Oakland University
Thursday, December 1, 2011

Michelle Hathaway: A Life in Theatre

by Gillian Ellis

“Opera singers love tight corsets. They tell me it gives them something to push against.” Who knew? The singers themselves, presumably, and MTD’s new Costume Shop Supervisor, Michelle Hathaway, who has brought her varied theatrical and personal experiences to her new academic home here at OU.

Michelle taught high school drama in rural southeastern Colorado for seven years. Facing the prospect of working on a master’s degree so she would be in compliance with the No Child Left Behind requirements, she followed her heart and decided to “go back to what I really loved.” She quit her job and bravely packed her stuff and journeyed with her two daughters across country to Baton Rouge, where she enrolled in the MFA program at Louisiana State University to focus on Costume Design and Technology. She graduated from there in 2010.

No doubt the safer option would have been to work on an education degree, but Michelle’s school produced only one show a year and she says there was little community support for the program. “It wasn’t football.” In reality, Michelle’s heart was in the theatre but she spent much of her time teaching English. At 18 she had entered college as a musical theatre major believing she was “going to Broadway,” but she found the auditioning process to be an unpleasant reality check. She shifted focus and graduated with a BA in Theatre and Communications making her final project a lighting design.

In the years after college, Michelle taught herself to sew. Her great grandmother had been a seamstress who made, among many other things, a quilt for each member of her very large family, but she had not wanted to teach Michelle to sew. Nevertheless, because of their shared vocation, Michelle feels a great connection to her ancestor and she treasures not only her quilt, but her great grandmother’s “industrial strength” sewing machine, although she refrains from using it in case she breaks it!

Although she started “just making clothes for the family,” Michelle felt the craft really called to her and by the time she had to make a decision about graduate school, she knew what she really wanted to do. During her three years at LSU she worked exclusively for the theatre program and was not allowed to take paying gigs, but the school kept her plenty busy. “You don’t have time to do anything else,” she said. “They run a 12-show season, six main stage LSU shows and six shows at the Equity house on campus, the Reilly Theatre.” In addition to these projects, Michelle worked on student shows, operas, and dance productions.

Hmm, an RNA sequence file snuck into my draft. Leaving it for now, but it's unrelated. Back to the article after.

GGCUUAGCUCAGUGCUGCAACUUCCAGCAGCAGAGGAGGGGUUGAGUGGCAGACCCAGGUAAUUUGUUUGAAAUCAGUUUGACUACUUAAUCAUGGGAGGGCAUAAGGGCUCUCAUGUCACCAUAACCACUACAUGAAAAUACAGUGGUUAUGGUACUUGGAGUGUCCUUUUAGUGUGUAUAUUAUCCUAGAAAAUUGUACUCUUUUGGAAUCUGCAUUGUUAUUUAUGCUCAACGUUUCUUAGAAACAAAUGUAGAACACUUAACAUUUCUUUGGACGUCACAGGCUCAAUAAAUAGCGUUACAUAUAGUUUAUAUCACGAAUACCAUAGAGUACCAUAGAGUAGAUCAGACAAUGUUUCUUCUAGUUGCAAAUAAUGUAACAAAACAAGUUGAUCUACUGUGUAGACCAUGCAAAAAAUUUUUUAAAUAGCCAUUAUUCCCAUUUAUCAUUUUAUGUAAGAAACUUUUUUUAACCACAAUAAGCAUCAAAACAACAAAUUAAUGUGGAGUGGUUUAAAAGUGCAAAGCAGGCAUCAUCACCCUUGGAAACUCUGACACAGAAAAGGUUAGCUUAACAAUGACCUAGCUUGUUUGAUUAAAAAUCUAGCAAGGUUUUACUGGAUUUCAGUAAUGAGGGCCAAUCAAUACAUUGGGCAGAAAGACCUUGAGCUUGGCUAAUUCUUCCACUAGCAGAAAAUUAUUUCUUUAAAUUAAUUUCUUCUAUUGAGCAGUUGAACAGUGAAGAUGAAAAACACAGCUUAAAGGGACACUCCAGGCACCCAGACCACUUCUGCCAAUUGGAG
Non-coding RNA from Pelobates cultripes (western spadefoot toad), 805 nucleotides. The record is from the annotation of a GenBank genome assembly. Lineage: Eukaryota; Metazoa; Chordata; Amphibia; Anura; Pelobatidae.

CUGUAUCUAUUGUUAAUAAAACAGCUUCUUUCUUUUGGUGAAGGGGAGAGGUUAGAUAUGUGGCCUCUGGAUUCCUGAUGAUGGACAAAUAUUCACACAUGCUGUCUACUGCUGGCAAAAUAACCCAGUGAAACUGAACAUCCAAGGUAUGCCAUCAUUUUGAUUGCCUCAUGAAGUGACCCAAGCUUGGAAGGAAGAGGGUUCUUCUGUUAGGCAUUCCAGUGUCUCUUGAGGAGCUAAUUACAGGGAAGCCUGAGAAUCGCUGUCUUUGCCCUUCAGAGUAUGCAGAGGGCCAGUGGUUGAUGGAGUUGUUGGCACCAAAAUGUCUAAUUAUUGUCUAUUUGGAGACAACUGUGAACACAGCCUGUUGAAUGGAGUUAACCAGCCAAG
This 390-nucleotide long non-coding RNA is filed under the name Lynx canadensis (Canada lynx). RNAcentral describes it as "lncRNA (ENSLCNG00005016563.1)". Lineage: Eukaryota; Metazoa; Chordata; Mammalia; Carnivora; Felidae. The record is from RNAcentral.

After graduation she accepted a Professional Internship with the Disney organization in Florida. She says the operation is “massive” and “fascinating on many levels.” During her time there, Michelle worked with each of the workroom teams in turn. She experienced Pattern Making, which requires the production of a spec sheet so the stitching team knows how to put the pattern pieces together; the CAD Team, which uses software to produce patterns to individualized sizing; the Cut Team, which cuts and bundles the fabric; and the Millinery Team, which, of course, creates hats. She was never allowed to sew. Michelle says Disney has five stitching teams in Orlando, each of them specializes in a certain kind of costume, and they are union shops. Michelle also spent a lot of time verifying old patterns and enjoyed the detective aspect of that work.

Ultimately she thinks of herself essentially as a pattern maker and “first hand,” meaning a costumer who can cut, fit, alter, tailor, and manufacture any costume piece. Michelle says, “I like design, but I want to make my designs. I don’t want to hand them off to someone else.” She loves the feel of fabric in her hands. And she sees costume construction as a historical journey of sorts. She is intrigued by the process of discovering how costumes were made and worn. It’s “the easiest form of time travel available to man” she says.

“I honed skills I didn’t know I had,” says Michelle of her time at Disney, but she missed “the interaction with students and the collaborative interaction of the theatre.” And with this recognition in mind she chose to seek out a job in academic theatre, applying across the country.

She has found her new home at Oakland, where she says, “Everybody, campus wide, is so incredibly helpful and kind, including the people in human resources.” We know that the MTD students will benefit enormously from her curiosity and skills, and see in her life and experience an inspiration for their own futures.

Read more about Disney Professional Internships here.  And enjoy Michelle’s work at her website and online portfolio here.

Photo: Michelle in the costume shop at work on a costume for Cosi fan tutte.

Created by Gillian Ellis (gellis@oakland.edu) on Thursday, December 1, 2011
Modified by Gillian Ellis (gellis@oakland.edu) on Wednesday, June 20, 2012
Article Start Date: Thursday, December 1, 2011